In 1984 listening to Billy Bragg changed my life. Like many impressionable teenagers I was still reading Smash Hits but just discovering new bands via Janice Long and Annie Nightingale’s evening shows on Radio 1. The slightly older, cooler kids at school were still listening to The Clash, The Jam/Style Council, Madness, Dexy’s, The Specials etc but their best days were almost all behind them. The Smiths were still to reach their peak; Frankie Goes To Hollywood and Trevor Horn dominated the Top 40 with Relax and Two Tribes and C86 was a long way off even being a figment of a journalists imagination.
Although I had been listening to all of the above it was Billy Bragg that helped me join the dots between what was on the front of the Daily Mirror and the ‘national’ TV news. By the summer holidays, I had graduated to reading the NME and quickly becoming familiar with what was a ‘John Peel band’. While Morrissey was talking to a large percentage of disaffected youth, it was the political words of Bragg that resonated with me initially. It wouldn’t be long though before I could relate to the character in The Saturday Boy; To Have and to Have Not summed up my thoughts as I entered my final year at school, and I quoted lines from A New England in notes and letters to would-be (or rather wouldn’t be) girlfriends.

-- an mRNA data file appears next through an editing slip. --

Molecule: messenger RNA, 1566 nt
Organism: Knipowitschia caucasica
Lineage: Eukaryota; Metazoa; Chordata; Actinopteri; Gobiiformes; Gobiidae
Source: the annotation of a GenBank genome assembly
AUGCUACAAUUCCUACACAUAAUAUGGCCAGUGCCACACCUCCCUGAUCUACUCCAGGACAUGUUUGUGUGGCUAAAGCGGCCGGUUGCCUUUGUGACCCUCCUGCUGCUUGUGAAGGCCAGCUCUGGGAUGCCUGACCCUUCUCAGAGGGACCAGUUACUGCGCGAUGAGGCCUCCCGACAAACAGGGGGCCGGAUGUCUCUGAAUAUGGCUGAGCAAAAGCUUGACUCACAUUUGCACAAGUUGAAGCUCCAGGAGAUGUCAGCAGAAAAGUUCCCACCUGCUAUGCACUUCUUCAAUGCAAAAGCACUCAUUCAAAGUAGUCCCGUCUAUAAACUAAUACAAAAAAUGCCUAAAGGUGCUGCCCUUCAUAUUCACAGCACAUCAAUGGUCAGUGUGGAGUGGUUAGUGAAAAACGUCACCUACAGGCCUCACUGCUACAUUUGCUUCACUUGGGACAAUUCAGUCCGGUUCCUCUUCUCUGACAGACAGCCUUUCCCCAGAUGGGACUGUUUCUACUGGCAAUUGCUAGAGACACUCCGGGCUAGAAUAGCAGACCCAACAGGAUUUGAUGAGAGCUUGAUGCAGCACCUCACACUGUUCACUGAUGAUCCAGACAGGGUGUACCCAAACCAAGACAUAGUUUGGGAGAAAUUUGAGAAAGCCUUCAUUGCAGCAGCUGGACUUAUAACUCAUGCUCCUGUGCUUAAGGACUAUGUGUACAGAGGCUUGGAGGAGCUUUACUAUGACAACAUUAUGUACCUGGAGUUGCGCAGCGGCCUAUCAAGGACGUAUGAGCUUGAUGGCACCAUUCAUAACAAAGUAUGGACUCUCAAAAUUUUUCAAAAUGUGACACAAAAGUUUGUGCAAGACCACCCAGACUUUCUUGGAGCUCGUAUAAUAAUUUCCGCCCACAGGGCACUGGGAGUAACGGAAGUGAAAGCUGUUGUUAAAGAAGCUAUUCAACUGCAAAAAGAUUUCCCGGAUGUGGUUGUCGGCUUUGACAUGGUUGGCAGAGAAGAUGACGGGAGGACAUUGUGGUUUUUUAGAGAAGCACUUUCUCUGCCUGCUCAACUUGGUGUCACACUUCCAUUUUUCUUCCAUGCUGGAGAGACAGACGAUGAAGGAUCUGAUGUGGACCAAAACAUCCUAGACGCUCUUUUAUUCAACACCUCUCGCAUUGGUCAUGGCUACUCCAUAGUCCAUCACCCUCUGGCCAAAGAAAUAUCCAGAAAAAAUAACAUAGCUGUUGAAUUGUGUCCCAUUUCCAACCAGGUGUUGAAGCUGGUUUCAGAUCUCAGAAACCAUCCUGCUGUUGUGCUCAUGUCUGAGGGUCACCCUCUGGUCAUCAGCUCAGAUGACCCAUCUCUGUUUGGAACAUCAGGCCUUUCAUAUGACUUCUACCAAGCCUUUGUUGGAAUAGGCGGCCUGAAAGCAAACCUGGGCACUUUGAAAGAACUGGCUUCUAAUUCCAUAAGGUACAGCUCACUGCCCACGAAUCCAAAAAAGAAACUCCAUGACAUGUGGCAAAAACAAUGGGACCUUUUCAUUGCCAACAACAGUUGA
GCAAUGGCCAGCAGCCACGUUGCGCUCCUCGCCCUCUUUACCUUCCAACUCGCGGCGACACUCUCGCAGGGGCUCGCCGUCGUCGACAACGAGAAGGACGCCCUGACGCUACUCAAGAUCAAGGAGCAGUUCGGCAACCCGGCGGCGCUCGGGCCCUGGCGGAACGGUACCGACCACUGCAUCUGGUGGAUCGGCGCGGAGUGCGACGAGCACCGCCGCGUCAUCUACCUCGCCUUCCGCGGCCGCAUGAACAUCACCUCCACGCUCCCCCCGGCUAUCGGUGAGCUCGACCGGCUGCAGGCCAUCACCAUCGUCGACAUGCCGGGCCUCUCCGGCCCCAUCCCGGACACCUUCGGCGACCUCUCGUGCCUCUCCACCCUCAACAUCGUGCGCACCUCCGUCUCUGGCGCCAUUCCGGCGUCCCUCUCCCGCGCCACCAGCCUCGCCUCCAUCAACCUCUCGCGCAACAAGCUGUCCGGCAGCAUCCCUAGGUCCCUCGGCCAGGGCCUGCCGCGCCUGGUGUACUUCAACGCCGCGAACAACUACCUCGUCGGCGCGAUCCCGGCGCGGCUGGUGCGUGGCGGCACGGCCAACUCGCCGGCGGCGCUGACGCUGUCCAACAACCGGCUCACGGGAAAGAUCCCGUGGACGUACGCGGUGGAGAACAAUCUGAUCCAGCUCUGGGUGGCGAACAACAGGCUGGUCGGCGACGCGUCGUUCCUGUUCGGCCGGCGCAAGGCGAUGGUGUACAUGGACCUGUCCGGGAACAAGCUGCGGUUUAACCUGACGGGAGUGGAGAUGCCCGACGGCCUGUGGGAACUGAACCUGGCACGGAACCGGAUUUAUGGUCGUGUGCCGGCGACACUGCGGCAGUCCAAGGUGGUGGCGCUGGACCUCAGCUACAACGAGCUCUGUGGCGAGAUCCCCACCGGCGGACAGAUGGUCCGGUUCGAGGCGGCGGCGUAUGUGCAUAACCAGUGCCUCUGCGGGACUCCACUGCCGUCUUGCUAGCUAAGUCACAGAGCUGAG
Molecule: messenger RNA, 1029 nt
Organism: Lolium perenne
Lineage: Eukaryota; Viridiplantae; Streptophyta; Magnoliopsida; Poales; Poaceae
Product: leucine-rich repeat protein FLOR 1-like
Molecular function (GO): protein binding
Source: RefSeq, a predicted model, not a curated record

I’d had an interest in music before, but it was his first albums Life’s A Riot With Spy vs Spy and Brewing Up With that had the most impact on me. For the first time music spoke to me and what’s more, seeing Billy on The Tube with his portable PA made me realise that you could do it yourself, nothing was off-limits, being a musician, being a writer. He introduced me to the punk ideal that you could do it yourself, you could make things happen. (Not that I did, for a long time.)
I read interviews over and over with the singer in the music press, looking out for bands that had influenced him. I began working backwards beginning a lifelong love/obsession with music, taking me back through punk, glam, Motown, soul, The Beatles etc as well as keeping an open mind and ear on the here and now.
Over the years I’ve seen the man in the region of 30 times, and followed his career from those early solo years, to the ‘pop’ years with guest appearances from the likes of Johnny Marr and Kirsty MacColl; through the ‘Woody Guthrie’ era with Wilco; his dalliance with The Blokes and more latterly work with producer Joe Henry. Like any artist, Billy has developed over the years and there have been times when I’ve not always followed the path he’s been on. But I’ve always had a keen eye on what he’s put his name to, such as the Jail Guitar Doors initiative which aimed to provide musical equipment for the use of inmates serving time in prisons, and also funding individual projects such as recording sessions in UK prisons and for former inmates throughout the United Kingdom.